I’ve been using Postman client for many years and in all honesty without much thought. It was just what was used when I started to use it and was the best option I knew of at that time to test application programming interfaces (APIs). In recent years I’ve begun to notice Postman changing in ways I do not enjoy and if I think about it Postman does not fit my values. It is an application that is not open source but rather proprietary software and platform. I cannot deny that Postman is a good application, but that doesn’t make up for the fact that it is focused on proprietary methods and not open source. So I’ve decided to venture out in look for an alternative application solution which meetings the following list of criteria.
- Free/Libre open source
- Runs locally
- Graphical user interface
- Doesn’t require the Internet (an account)
- Supports REST and GraphQL APIs
Let’s finally move on to learning what the heck an API client is in the first place.
What is Postman API Client?
An application that allows a software developer to test, explore and debug application programming interfaces (APIs) for requests via HTTP, REST, SOAP, GraphQL and WebSockets.
Now one may ask what is an API client then? Well an API client is an application that allows a software developer to use a set of tools and protocols to interact with another software program or service. It simplifies the interaction between another program or service without having to reinvent the wheel every time. In return this can speed up the development process and allow for the developer to focus on their primary goals.
Alternative API Clients
At first, I was really excited to try Hoppscotch and HTTPie, unfortunately I quickly discovered that at this time these apps require are log in, in order to use them. This to me is just ridiculous. I can understand if I don’t log in I may lose some features, but a login shouldn’t be required to test and debug a simple API that is being developed locally (internally). Hoppscotch has a mention of working towards a self-hosted solution, but will not be available at least until quart 2 or 3 of 2022. At least there is a possible solution in the works that I can look forward.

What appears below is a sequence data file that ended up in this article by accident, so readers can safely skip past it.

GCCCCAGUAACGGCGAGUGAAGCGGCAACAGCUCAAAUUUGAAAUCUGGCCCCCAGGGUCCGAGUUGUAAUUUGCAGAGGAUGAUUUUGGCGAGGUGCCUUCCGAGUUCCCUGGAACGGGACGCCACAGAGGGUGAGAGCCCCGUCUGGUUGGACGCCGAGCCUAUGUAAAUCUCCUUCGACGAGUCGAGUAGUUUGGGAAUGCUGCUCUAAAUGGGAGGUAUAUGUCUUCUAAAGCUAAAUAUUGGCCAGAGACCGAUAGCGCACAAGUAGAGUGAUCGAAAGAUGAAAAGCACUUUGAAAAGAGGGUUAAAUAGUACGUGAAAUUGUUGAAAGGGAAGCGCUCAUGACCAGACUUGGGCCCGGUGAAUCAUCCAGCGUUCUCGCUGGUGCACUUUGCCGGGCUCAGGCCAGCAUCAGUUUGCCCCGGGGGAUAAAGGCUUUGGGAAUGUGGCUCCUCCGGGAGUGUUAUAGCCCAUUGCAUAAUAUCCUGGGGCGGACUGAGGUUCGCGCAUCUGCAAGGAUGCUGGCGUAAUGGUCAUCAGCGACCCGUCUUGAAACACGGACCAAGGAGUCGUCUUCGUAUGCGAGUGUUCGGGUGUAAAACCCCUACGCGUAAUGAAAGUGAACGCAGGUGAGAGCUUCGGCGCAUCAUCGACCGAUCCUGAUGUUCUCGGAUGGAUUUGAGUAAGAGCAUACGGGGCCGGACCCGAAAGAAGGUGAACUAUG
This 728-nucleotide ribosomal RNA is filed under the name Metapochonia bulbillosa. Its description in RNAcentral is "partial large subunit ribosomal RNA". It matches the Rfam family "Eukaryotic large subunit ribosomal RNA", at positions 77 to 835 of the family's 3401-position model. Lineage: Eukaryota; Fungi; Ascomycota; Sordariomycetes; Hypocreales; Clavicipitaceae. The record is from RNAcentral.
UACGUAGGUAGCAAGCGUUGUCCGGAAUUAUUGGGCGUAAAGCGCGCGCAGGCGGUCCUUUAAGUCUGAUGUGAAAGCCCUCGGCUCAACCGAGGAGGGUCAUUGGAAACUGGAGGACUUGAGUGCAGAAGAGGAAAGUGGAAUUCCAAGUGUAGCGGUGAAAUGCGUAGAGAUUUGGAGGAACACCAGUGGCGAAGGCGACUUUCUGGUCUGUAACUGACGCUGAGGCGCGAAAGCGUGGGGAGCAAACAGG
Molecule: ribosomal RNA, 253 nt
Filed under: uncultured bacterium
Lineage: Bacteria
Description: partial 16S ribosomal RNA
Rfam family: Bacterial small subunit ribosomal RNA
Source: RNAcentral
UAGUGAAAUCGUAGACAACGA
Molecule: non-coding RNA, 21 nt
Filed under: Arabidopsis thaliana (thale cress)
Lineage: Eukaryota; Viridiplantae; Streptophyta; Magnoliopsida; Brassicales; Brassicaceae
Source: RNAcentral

Thunder Client is an extension for use with Microsoft Visual Studio Code or VSCodium. To me this API client is quite limited in features. Only supports REST API. I am happy to see that one can organize your API endpoints into groups called collections. Saying all this though it’s not ideal to me, and it doesn’t seem to be truly available as open source. I suppose if I had to this would work for the time being, but I feel I would just sooner use Postman instead even though it doesn’t fit my criteria.
As for Advanced REST Client, REST API is only supported and well it just feels so clunky. It would work for the time being for me, but I feel it too is limited beyond the use of REST API.
I was suggested to check out another API client called Insomnia by @ellotheth. The Insomnia API client is indeed open source with support of using REST, SOAP, GraphQL and GRPC requests. As well the interface appears to encourage design using OpenAPI which seems like a good thing to me, but this is not required. Work is organized by project and collections (groups). There is also the option if one chooses to do so, using Insomnia’s platform. I’m quite impressed, so much, so I’m going to start using it as a replacement. This fits all the criteria I was looking for and more. Thus far I highly recommend checking this application out.
Does anyone else have a good API client to recommend that meets my criteria? If so, please contact me.
I’m publishing this as part of 100 Days To Offload. You can join in yourself by visiting 100DaysToOffload.com.
- API, Wikipedia
- Coding Computer Hacker, image by Pexels, published Nov 18, 2016, Pixabay
- GraphQL, Wikipedia
- Representational state transfer, Wikipedia
Changelog - modified
- Add Advanced REST Client GitHub link
- Add Insomnia API client
- Correct grammar for clarity
- Add parentheses around GitHub links